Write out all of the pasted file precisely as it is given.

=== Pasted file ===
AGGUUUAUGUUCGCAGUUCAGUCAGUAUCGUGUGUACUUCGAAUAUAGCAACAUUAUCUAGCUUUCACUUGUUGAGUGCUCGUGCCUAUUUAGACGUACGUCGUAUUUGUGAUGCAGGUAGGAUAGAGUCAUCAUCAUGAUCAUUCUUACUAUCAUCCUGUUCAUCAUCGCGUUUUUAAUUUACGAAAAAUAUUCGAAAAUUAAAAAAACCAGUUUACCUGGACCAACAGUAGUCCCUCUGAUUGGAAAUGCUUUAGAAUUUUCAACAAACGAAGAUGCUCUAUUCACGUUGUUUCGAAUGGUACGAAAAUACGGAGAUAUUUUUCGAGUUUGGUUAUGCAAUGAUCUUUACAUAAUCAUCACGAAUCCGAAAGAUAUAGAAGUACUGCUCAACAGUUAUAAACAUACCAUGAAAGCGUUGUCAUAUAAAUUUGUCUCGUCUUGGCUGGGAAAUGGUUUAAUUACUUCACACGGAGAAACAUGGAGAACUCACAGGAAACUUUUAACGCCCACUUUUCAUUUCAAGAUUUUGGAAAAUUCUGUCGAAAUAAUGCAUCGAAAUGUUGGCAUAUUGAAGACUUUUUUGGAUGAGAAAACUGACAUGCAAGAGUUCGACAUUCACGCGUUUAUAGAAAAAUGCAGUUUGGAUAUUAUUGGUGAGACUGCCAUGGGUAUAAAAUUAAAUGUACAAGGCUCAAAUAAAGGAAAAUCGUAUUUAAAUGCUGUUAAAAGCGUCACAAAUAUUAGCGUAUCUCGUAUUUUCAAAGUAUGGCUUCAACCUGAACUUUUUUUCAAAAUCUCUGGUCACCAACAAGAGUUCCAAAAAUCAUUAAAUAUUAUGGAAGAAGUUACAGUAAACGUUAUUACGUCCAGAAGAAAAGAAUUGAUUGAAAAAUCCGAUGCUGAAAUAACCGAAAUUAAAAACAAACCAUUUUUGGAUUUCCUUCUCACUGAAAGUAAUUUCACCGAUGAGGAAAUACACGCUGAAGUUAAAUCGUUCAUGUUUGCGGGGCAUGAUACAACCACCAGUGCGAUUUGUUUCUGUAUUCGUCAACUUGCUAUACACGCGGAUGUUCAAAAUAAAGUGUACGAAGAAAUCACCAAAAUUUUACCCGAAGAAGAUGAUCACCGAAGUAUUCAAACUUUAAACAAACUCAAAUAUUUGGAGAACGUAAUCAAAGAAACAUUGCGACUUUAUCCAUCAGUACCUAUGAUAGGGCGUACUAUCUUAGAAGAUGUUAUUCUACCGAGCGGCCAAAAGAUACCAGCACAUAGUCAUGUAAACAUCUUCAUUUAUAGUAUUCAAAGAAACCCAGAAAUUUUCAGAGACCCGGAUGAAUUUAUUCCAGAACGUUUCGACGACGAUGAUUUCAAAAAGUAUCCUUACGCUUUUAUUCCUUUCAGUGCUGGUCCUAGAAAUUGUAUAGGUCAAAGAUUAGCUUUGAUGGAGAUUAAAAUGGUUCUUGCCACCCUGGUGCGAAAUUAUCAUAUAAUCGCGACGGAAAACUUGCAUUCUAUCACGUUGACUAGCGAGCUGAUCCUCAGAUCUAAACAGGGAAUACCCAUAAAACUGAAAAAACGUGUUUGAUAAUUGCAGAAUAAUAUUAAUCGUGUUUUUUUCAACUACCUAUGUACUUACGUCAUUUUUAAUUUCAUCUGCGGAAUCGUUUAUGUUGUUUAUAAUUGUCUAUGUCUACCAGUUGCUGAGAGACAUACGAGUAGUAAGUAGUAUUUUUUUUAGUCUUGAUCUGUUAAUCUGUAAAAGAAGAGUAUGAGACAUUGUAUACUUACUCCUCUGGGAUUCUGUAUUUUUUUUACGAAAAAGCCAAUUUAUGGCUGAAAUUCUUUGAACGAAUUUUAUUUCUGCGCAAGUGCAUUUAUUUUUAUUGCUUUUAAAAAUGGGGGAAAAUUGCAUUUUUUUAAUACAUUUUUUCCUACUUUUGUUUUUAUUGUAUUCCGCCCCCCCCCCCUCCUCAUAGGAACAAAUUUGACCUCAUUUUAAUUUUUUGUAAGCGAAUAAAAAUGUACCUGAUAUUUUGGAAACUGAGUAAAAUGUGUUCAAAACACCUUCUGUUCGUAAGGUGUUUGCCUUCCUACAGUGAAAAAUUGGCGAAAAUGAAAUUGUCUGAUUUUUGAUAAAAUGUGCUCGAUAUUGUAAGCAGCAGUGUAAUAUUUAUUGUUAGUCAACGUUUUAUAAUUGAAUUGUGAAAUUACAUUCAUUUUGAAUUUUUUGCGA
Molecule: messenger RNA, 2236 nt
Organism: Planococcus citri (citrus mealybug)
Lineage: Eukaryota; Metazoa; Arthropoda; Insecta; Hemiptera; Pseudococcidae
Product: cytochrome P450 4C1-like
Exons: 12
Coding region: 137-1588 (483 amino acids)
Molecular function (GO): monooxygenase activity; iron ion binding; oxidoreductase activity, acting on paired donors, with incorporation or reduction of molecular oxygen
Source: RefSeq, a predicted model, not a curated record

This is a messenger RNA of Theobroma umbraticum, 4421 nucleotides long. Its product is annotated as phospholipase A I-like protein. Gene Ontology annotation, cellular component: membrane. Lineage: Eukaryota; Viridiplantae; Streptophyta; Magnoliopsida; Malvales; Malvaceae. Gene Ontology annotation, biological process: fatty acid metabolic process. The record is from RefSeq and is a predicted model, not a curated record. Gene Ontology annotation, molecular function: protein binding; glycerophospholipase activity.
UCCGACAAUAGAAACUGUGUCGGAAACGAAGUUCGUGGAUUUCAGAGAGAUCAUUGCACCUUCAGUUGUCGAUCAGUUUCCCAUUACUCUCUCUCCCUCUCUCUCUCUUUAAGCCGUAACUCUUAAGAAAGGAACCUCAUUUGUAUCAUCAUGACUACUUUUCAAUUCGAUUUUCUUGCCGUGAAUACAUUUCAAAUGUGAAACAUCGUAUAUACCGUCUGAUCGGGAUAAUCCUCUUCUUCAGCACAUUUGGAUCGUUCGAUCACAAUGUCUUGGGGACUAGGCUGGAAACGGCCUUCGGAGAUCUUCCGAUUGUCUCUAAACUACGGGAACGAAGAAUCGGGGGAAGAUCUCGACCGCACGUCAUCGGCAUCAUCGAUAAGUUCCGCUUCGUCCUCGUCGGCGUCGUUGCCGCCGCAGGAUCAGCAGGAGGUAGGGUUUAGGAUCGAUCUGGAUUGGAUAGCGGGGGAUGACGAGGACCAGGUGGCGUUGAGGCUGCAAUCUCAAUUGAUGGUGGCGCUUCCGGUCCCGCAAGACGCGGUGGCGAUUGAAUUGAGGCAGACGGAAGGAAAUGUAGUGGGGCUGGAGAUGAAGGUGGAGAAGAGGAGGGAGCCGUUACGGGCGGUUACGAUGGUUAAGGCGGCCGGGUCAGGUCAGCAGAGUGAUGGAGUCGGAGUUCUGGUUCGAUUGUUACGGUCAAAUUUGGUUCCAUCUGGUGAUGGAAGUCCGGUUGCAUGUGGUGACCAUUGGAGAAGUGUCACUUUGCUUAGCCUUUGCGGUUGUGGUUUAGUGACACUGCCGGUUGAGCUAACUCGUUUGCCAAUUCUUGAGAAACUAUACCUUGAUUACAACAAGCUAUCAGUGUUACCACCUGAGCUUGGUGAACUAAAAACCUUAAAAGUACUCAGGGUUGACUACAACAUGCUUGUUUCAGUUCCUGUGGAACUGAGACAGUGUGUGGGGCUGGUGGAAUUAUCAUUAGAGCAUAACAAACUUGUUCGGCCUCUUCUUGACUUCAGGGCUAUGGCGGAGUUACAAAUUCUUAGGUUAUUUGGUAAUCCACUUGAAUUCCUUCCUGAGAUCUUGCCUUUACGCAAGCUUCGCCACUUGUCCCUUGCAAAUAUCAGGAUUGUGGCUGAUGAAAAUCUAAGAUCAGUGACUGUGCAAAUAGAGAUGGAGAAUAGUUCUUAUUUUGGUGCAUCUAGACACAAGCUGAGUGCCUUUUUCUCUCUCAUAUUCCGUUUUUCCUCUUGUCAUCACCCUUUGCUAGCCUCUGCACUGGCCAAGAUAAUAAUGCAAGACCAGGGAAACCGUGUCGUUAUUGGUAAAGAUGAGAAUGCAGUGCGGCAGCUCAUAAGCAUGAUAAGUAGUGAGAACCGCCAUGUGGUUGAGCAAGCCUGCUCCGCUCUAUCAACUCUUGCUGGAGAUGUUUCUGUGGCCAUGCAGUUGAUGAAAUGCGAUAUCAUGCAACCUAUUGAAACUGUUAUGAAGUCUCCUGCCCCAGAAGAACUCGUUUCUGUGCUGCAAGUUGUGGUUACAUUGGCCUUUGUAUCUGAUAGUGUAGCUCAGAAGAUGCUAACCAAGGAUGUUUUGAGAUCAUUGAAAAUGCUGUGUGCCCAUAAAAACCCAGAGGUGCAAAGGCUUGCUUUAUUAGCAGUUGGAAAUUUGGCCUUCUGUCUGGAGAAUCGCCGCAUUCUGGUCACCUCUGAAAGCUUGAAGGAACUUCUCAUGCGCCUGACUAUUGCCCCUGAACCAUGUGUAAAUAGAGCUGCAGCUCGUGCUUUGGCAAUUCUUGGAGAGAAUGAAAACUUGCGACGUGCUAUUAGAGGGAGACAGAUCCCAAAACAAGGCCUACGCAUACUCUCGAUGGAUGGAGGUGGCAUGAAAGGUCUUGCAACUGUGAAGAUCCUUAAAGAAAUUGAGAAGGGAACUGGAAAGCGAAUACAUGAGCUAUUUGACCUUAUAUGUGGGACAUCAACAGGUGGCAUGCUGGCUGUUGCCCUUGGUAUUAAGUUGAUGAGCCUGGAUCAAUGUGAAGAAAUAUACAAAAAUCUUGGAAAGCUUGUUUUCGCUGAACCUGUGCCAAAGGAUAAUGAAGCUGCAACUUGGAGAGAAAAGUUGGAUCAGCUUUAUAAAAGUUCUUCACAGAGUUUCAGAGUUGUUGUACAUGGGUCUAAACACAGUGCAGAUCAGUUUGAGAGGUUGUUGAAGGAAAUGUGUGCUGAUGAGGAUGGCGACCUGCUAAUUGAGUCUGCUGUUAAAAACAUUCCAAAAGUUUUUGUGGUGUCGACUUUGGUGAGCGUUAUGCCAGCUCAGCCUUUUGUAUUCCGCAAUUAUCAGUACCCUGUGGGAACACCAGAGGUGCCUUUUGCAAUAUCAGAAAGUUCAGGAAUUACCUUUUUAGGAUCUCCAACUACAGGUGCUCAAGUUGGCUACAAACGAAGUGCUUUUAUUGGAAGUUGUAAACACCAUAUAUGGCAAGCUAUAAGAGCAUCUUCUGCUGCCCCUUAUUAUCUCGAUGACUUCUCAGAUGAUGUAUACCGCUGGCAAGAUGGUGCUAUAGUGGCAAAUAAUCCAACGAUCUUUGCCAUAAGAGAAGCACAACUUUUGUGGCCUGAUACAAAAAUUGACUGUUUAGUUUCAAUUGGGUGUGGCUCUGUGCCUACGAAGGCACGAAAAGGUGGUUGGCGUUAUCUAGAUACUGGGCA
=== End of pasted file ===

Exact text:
AGGUUUAUGUUCGCAGUUCAGUCAGUAUCGUGUGUACUUCGAAUAUAGCAACAUUAUCUAGCUUUCACUUGUUGAGUGCUCGUGCCUAUUUAGACGUACGUCGUAUUUGUGAUGCAGGUAGGAUAGAGUCAUCAUCAUGAUCAUUCUUACUAUCAUCCUGUUCAUCAUCGCGUUUUUAAUUUACGAAAAAUAUUCGAAAAUUAAAAAAACCAGUUUACCUGGACCAACAGUAGUCCCUCUGAUUGGAAAUGCUUUAGAAUUUUCAACAAACGAAGAUGCUCUAUUCACGUUGUUUCGAAUGGUACGAAAAUACGGAGAUAUUUUUCGAGUUUGGUUAUGCAAUGAUCUUUACAUAAUCAUCACGAAUCCGAAAGAUAUAGAAGUACUGCUCAACAGUUAUAAACAUACCAUGAAAGCGUUGUCAUAUAAAUUUGUCUCGUCUUGGCUGGGAAAUGGUUUAAUUACUUCACACGGAGAAACAUGGAGAACUCACAGGAAACUUUUAACGCCCACUUUUCAUUUCAAGAUUUUGGAAAAUUCUGUCGAAAUAAUGCAUCGAAAUGUUGGCAUAUUGAAGACUUUUUUGGAUGAGAAAACUGACAUGCAAGAGUUCGACAUUCACGCGUUUAUAGAAAAAUGCAGUUUGGAUAUUAUUGGUGAGACUGCCAUGGGUAUAAAAUUAAAUGUACAAGGCUCAAAUAAAGGAAAAUCGUAUUUAAAUGCUGUUAAAAGCGUCACAAAUAUUAGCGUAUCUCGUAUUUUCAAAGUAUGGCUUCAACCUGAACUUUUUUUCAAAAUCUCUGGUCACCAACAAGAGUUCCAAAAAUCAUUAAAUAUUAUGGAAGAAGUUACAGUAAACGUUAUUACGUCCAGAAGAAAAGAAUUGAUUGAAAAAUCCGAUGCUGAAAUAACCGAAAUUAAAAACAAACCAUUUUUGGAUUUCCUUCUCACUGAAAGUAAUUUCACCGAUGAGGAAAUACACGCUGAAGUUAAAUCGUUCAUGUUUGCGGGGCAUGAUACAACCACCAGUGCGAUUUGUUUCUGUAUUCGUCAACUUGCUAUACACGCGGAUGUUCAAAAUAAAGUGUACGAAGAAAUCACCAAAAUUUUACCCGAAGAAGAUGAUCACCGAAGUAUUCAAACUUUAAACAAACUCAAAUAUUUGGAGAACGUAAUCAAAGAAACAUUGCGACUUUAUCCAUCAGUACCUAUGAUAGGGCGUACUAUCUUAGAAGAUGUUAUUCUACCGAGCGGCCAAAAGAUACCAGCACAUAGUCAUGUAAACAUCUUCAUUUAUAGUAUUCAAAGAAACCCAGAAAUUUUCAGAGACCCGGAUGAAUUUAUUCCAGAACGUUUCGACGACGAUGAUUUCAAAAAGUAUCCUUACGCUUUUAUUCCUUUCAGUGCUGGUCCUAGAAAUUGUAUAGGUCAAAGAUUAGCUUUGAUGGAGAUUAAAAUGGUUCUUGCCACCCUGGUGCGAAAUUAUCAUAUAAUCGCGACGGAAAACUUGCAUUCUAUCACGUUGACUAGCGAGCUGAUCCUCAGAUCUAAACAGGGAAUACCCAUAAAACUGAAAAAACGUGUUUGAUAAUUGCAGAAUAAUAUUAAUCGUGUUUUUUUCAACUACCUAUGUACUUACGUCAUUUUUAAUUUCAUCUGCGGAAUCGUUUAUGUUGUUUAUAAUUGUCUAUGUCUACCAGUUGCUGAGAGACAUACGAGUAGUAAGUAGUAUUUUUUUUAGUCUUGAUCUGUUAAUCUGUAAAAGAAGAGUAUGAGACAUUGUAUACUUACUCCUCUGGGAUUCUGUAUUUUUUUUACGAAAAAGCCAAUUUAUGGCUGAAAUUCUUUGAACGAAUUUUAUUUCUGCGCAAGUGCAUUUAUUUUUAUUGCUUUUAAAAAUGGGGGAAAAUUGCAUUUUUUUAAUACAUUUUUUCCUACUUUUGUUUUUAUUGUAUUCCGCCCCCCCCCCCUCCUCAUAGGAACAAAUUUGACCUCAUUUUAAUUUUUUGUAAGCGAAUAAAAAUGUACCUGAUAUUUUGGAAACUGAGUAAAAUGUGUUCAAAACACCUUCUGUUCGUAAGGUGUUUGCCUUCCUACAGUGAAAAAUUGGCGAAAAUGAAAUUGUCUGAUUUUUGAUAAAAUGUGCUCGAUAUUGUAAGCAGCAGUGUAAUAUUUAUUGUUAGUCAACGUUUUAUAAUUGAAUUGUGAAAUUACAUUCAUUUUGAAUUUUUUGCGA
Molecule: messenger RNA, 2236 nt
Organism: Planococcus citri (citrus mealybug)
Lineage: Eukaryota; Metazoa; Arthropoda; Insecta; Hemiptera; Pseudococcidae
Product: cytochrome P450 4C1-like
Exons: 12
Coding region: 137-1588 (483 amino acids)
Molecular function (GO): monooxygenase activity; iron ion binding; oxidoreductase activity, acting on paired donors, with incorporation or reduction of molecular oxygen
Source: RefSeq, a predicted model, not a curated record

This is a messenger RNA of Theobroma umbraticum, 4421 nucleotides long. Its product is annotated as phospholipase A I-like protein. Gene Ontology annotation, cellular component: membrane. Lineage: Eukaryota; Viridiplantae; Streptophyta; Magnoliopsida; Malvales; Malvaceae. Gene Ontology annotation, biological process: fatty acid metabolic process. The record is from RefSeq and is a predicted model, not a curated record. Gene Ontology annotation, molecular function: protein binding; glycerophospholipase activity.
UCCGACAAUAGAAACUGUGUCGGAAACGAAGUUCGUGGAUUUCAGAGAGAUCAUUGCACCUUCAGUUGUCGAUCAGUUUCCCAUUACUCUCUCUCCCUCUCUCUCUCUUUAAGCCGUAACUCUUAAGAAAGGAACCUCAUUUGUAUCAUCAUGACUACUUUUCAAUUCGAUUUUCUUGCCGUGAAUACAUUUCAAAUGUGAAACAUCGUAUAUACCGUCUGAUCGGGAUAAUCCUCUUCUUCAGCACAUUUGGAUCGUUCGAUCACAAUGUCUUGGGGACUAGGCUGGAAACGGCCUUCGGAGAUCUUCCGAUUGUCUCUAAACUACGGGAACGAAGAAUCGGGGGAAGAUCUCGACCGCACGUCAUCGGCAUCAUCGAUAAGUUCCGCUUCGUCCUCGUCGGCGUCGUUGCCGCCGCAGGAUCAGCAGGAGGUAGGGUUUAGGAUCGAUCUGGAUUGGAUAGCGGGGGAUGACGAGGACCAGGUGGCGUUGAGGCUGCAAUCUCAAUUGAUGGUGGCGCUUCCGGUCCCGCAAGACGCGGUGGCGAUUGAAUUGAGGCAGACGGAAGGAAAUGUAGUGGGGCUGGAGAUGAAGGUGGAGAAGAGGAGGGAGCCGUUACGGGCGGUUACGAUGGUUAAGGCGGCCGGGUCAGGUCAGCAGAGUGAUGGAGUCGGAGUUCUGGUUCGAUUGUUACGGUCAAAUUUGGUUCCAUCUGGUGAUGGAAGUCCGGUUGCAUGUGGUGACCAUUGGAGAAGUGUCACUUUGCUUAGCCUUUGCGGUUGUGGUUUAGUGACACUGCCGGUUGAGCUAACUCGUUUGCCAAUUCUUGAGAAACUAUACCUUGAUUACAACAAGCUAUCAGUGUUACCACCUGAGCUUGGUGAACUAAAAACCUUAAAAGUACUCAGGGUUGACUACAACAUGCUUGUUUCAGUUCCUGUGGAACUGAGACAGUGUGUGGGGCUGGUGGAAUUAUCAUUAGAGCAUAACAAACUUGUUCGGCCUCUUCUUGACUUCAGGGCUAUGGCGGAGUUACAAAUUCUUAGGUUAUUUGGUAAUCCACUUGAAUUCCUUCCUGAGAUCUUGCCUUUACGCAAGCUUCGCCACUUGUCCCUUGCAAAUAUCAGGAUUGUGGCUGAUGAAAAUCUAAGAUCAGUGACUGUGCAAAUAGAGAUGGAGAAUAGUUCUUAUUUUGGUGCAUCUAGACACAAGCUGAGUGCCUUUUUCUCUCUCAUAUUCCGUUUUUCCUCUUGUCAUCACCCUUUGCUAGCCUCUGCACUGGCCAAGAUAAUAAUGCAAGACCAGGGAAACCGUGUCGUUAUUGGUAAAGAUGAGAAUGCAGUGCGGCAGCUCAUAAGCAUGAUAAGUAGUGAGAACCGCCAUGUGGUUGAGCAAGCCUGCUCCGCUCUAUCAACUCUUGCUGGAGAUGUUUCUGUGGCCAUGCAGUUGAUGAAAUGCGAUAUCAUGCAACCUAUUGAAACUGUUAUGAAGUCUCCUGCCCCAGAAGAACUCGUUUCUGUGCUGCAAGUUGUGGUUACAUUGGCCUUUGUAUCUGAUAGUGUAGCUCAGAAGAUGCUAACCAAGGAUGUUUUGAGAUCAUUGAAAAUGCUGUGUGCCCAUAAAAACCCAGAGGUGCAAAGGCUUGCUUUAUUAGCAGUUGGAAAUUUGGCCUUCUGUCUGGAGAAUCGCCGCAUUCUGGUCACCUCUGAAAGCUUGAAGGAACUUCUCAUGCGCCUGACUAUUGCCCCUGAACCAUGUGUAAAUAGAGCUGCAGCUCGUGCUUUGGCAAUUCUUGGAGAGAAUGAAAACUUGCGACGUGCUAUUAGAGGGAGACAGAUCCCAAAACAAGGCCUACGCAUACUCUCGAUGGAUGGAGGUGGCAUGAAAGGUCUUGCAACUGUGAAGAUCCUUAAAGAAAUUGAGAAGGGAACUGGAAAGCGAAUACAUGAGCUAUUUGACCUUAUAUGUGGGACAUCAACAGGUGGCAUGCUGGCUGUUGCCCUUGGUAUUAAGUUGAUGAGCCUGGAUCAAUGUGAAGAAAUAUACAAAAAUCUUGGAAAGCUUGUUUUCGCUGAACCUGUGCCAAAGGAUAAUGAAGCUGCAACUUGGAGAGAAAAGUUGGAUCAGCUUUAUAAAAGUUCUUCACAGAGUUUCAGAGUUGUUGUACAUGGGUCUAAACACAGUGCAGAUCAGUUUGAGAGGUUGUUGAAGGAAAUGUGUGCUGAUGAGGAUGGCGACCUGCUAAUUGAGUCUGCUGUUAAAAACAUUCCAAAAGUUUUUGUGGUGUCGACUUUGGUGAGCGUUAUGCCAGCUCAGCCUUUUGUAUUCCGCAAUUAUCAGUACCCUGUGGGAACACCAGAGGUGCCUUUUGCAAUAUCAGAAAGUUCAGGAAUUACCUUUUUAGGAUCUCCAACUACAGGUGCUCAAGUUGGCUACAAACGAAGUGCUUUUAUUGGAAGUUGUAAACACCAUAUAUGGCAAGCUAUAAGAGCAUCUUCUGCUGCCCCUUAUUAUCUCGAUGACUUCUCAGAUGAUGUAUACCGCUGGCAAGAUGGUGCUAUAGUGGCAAAUAAUCCAACGAUCUUUGCCAUAAGAGAAGCACAACUUUUGUGGCCUGAUACAAAAAUUGACUGUUUAGUUUCAAUUGGGUGUGGCUCUGUGCCUACGAAGGCACGAAAAGGUGGUUGGCGUUAUCUAGAUACUGGGCA